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Tuesday 5 July 2016

Reviews: Candlemass, Copper Bones, Doomsday Outlaw

Candlemass: Death Thy Lover (Napalm) [Review By Paul]

If you like Candlemass, one of the forefathers of doom metal, then this tasty morsel of an EP will leave you desperate for more. With a relatively stable line up in place since 2012, Death Thy Lover has been written to coincide with the 30th anniversary of the legendary Epicus Doomicus Metallicus, Leif Edling and co have provided four tracks which make a mockery of Edling’s statements about no new music from the band. Death Thy Lover is full of crashing riffs, darkness and doom with Iommi style fretwork cascading all over the place. As you’d expect from Sweden’s all-time favourite metal outfit, the crushing power which has always been a hallmark of their sound is here is full force; Edling’s thunderous bass and Jan Lindh’s huge drum sound combine with Mats Mappe Bjorkman’s rhythm guitar to anchor the razor sharp lead work of Lars Johansson. The brilliant vocals of Mats Leven always stand out and this is no exception with Sleeping Giant possibly the pick. A full album may not be beyond the realms of possibility. Yes, please. 8/10

Copper Bones: Exhibit A (Self Released)

Calling your debut record Exhibit A is a savvy move as Copper Bones' first record is a very in depth example of what they do, the band has gone through numerous changes in their short turbulent history as they have risen from the ashes of My Hotel Year. Frontman Ryan Fleming got together with some old band mates to put on a show among them was Greg Blachstein who stuck around so the two could write some songs that are now committed to vinyl on this record. Copper Bones had been previously been a four piece band but now it is just Fleming on bass (treated with effects for six string sounds) and vocals with Blachstein behind the drumkit, the now duo found time to record with Zach Swain (formerly of the four piece version) and the result is this monolithic slab of fuzzy desert rock that has a distinct punk edge to it. Obviously comparisons with Royal Blood, The White Stripes and Death From Above 1979 are going to be dime a dozen due to the 'power duo' nature of the band; but Copper Bones are so much more with a distinct post hardcore-alt metal vein drawing it's cues from Helmet, Quicksand, Fugazi and the more direct side of QOTSA. Monolithic riffs and bone shattering drumming is the order of the day as the band power through the 10 tracks on this record that does sound so much better when played loud as the bass-centric riffs move your internal organs as the drums hit you with a concussive blasts with Fleming booming on top of the noise. Exhibit A is a noisy, ballsy, heavyweight record for those that like their bands abrasive but bottomed out with a groove. 7/10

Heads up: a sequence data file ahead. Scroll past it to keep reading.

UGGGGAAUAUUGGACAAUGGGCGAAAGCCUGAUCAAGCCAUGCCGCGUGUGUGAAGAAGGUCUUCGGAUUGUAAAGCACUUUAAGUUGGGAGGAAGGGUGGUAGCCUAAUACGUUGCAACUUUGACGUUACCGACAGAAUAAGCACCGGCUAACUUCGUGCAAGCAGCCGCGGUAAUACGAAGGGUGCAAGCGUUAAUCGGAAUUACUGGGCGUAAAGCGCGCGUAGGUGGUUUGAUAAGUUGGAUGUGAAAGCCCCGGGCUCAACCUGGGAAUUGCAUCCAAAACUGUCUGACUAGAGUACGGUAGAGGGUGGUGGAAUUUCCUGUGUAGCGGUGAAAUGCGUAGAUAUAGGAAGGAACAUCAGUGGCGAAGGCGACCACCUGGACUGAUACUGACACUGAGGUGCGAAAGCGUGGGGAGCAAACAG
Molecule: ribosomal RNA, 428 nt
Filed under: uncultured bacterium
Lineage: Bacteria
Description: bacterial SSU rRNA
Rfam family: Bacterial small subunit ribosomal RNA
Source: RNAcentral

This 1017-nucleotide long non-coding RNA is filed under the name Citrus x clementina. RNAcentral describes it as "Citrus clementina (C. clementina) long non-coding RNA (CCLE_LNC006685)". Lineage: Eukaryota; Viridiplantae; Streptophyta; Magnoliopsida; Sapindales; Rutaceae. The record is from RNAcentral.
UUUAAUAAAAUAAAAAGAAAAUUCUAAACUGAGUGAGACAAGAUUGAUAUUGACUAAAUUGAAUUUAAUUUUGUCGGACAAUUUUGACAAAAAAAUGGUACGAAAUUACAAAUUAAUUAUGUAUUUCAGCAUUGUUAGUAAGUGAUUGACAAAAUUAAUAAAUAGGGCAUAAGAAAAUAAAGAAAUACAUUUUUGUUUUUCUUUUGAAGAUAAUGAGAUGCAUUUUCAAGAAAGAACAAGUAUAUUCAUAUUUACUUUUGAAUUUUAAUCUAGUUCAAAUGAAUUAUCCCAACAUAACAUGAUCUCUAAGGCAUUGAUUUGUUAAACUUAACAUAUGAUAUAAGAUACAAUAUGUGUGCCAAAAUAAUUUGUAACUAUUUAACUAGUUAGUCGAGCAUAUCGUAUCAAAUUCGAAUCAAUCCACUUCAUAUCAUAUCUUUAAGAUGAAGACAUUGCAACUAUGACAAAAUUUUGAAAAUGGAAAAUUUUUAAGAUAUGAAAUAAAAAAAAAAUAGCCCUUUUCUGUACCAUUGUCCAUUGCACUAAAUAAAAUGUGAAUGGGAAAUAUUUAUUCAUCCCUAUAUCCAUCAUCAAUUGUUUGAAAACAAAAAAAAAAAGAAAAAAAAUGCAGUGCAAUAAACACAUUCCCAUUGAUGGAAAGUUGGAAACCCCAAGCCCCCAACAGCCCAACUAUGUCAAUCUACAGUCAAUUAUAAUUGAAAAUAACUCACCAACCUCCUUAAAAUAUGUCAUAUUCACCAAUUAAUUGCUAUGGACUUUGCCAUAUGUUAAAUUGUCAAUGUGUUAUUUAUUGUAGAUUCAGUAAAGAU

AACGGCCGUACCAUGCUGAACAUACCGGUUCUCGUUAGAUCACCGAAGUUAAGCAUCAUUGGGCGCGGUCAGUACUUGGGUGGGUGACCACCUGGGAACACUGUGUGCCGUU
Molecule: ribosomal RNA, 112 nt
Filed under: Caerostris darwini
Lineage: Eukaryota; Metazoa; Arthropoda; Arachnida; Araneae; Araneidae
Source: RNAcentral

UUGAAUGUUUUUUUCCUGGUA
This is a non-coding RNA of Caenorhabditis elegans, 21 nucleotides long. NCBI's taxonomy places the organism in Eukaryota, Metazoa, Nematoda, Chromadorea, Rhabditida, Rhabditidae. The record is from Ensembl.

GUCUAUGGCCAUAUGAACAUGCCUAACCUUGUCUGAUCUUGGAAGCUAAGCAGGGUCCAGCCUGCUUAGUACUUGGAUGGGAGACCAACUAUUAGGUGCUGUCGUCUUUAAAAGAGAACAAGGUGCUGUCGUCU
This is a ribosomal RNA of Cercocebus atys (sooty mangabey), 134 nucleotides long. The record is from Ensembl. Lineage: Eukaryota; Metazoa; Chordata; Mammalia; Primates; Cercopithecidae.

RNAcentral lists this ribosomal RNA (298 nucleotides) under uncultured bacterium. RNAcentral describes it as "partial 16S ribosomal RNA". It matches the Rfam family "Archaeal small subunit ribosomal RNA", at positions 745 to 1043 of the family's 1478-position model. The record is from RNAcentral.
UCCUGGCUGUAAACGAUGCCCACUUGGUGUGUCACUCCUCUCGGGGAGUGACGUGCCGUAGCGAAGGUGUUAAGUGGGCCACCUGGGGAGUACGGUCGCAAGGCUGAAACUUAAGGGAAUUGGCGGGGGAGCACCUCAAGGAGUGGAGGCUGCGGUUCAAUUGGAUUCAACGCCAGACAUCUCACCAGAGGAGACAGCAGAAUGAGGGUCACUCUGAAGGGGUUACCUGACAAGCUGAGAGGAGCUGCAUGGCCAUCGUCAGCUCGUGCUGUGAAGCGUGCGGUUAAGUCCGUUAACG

Doomsday Outlaw: Suffer More (Self Released)

Doomsday Outlaw is an apt name for the Midlands based band, with the right amount Southern flavour to a doomy, modern heavy rock sound the Doomsday Outlaw's second record is full of swaggering riffs, a huge rhythm section and some soulful vocals that mean that the record is equal parts Black Stone Cherry and Alter Bridge with a distinct British hard rock sound cutting through the Kentucky fancying Southern rock mire. At 15 songs the record is a bit of monster but the first 10 all shoot by with Walk On Water having a chunky swagger, Fallback sounding like Alter Bridge, bolstered by the vocals of Phil that echo Myles and Toseland, a sound that continues on the punky Pandemonium. It's only after repeated listens you can sort the wheat from the chaff, one of my favourites is All That I Have which has a massive chorus and the Southern flavour I talked of before as the dual guitars of Steve and Gav add an acoustically laden backing to the heavy rock as does I've Been Found which even plays with some organs on top of Indy and John's throbbing rhythm section, there's even a banjo on the showstopping Blues For A Phantom Limb. With the heavy rock abound on this album the band can slow the pace with the beautiful title track which is massive, arms in the air muscular ballad. Suffer More is a great album with a modern American rock vibe totally opposite to to the bands Midlands roots, If you love your music honest, true and delivered with a handful of grit then Suffer More will be on your player for a good while to come. 7/10

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